It sounds odd to say that I have been thinking about feminism lately, but it's true. I feel like it is too massive of an ideology to casually have on your mind the same way other random, fleeting thoughts pass through. Like when I seriously consider going out to get BBQ every time I watch House of Cards. I kid—not about the cravings, that's legit—but obviously something as important as feminism occupies the more substantial portion of my mind.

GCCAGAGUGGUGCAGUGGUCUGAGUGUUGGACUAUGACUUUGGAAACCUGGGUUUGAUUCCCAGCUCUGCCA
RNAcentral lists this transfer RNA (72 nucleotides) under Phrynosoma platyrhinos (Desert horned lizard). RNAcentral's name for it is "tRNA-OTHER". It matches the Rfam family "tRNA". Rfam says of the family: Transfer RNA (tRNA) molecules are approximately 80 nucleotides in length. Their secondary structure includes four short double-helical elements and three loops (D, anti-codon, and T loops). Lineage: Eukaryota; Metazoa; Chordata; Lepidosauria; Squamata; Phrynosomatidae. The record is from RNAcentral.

I have been reading even more than usual lately and one of the books that I recently finished is Americanah by Chimamanda Ngozi Adichie. The book was highly recommended by Baratunde Thurston via Twitter so I decided to give it a read. Adichie is a Nigerian author and her book is steeped in her roots and tells the story of a young African woman who emigrates to America and makes a bold decision to return to her home in Lagos after building a life that many would call successful. The novel chronicles the lead character's struggles adjusting to a new culture and her process of coming to terms with being an African in America—a unique position that differs from being African-American. Americanah was how I became familiar with Adichie, but I soon learned that her decision to write strong female characters and her 2012 TED talk "We Should All Be Feminists" has brought her attention for her position on feminism, along with her writing. Even though there are countless activists, actresses, female professionals that I deeply respect for their stance on observing how women are viewed, I connect with Adichie's specific position that both men and women need to stand up and advocate for equal rights. I have never understood why women, in particular, are reluctant to align with such a simple and basic notion. Feminism often has such a negative stigma that causes too many well-meaning and intelligent people to do everything in their power to distance themselves. I was reminded of this when I read an article where a young and well-known actress, awkwardly, made it clear that she wanted nothing to do with it. I make a point to mention and link to this article, not in a mean-spirited manner to callout the actress, but to respectfully use her as an example of how there is too much misinformation floating around. I don't think that everyone needs to stand up and choose a side. I'll never agree with the feminists versus non-feminists position. That being said, I think we will never be able to have open, honest and constructive conversations on the topic if we don't even know what we're discussing. Let's keep talking and make sure everyone knows all are invited to the table.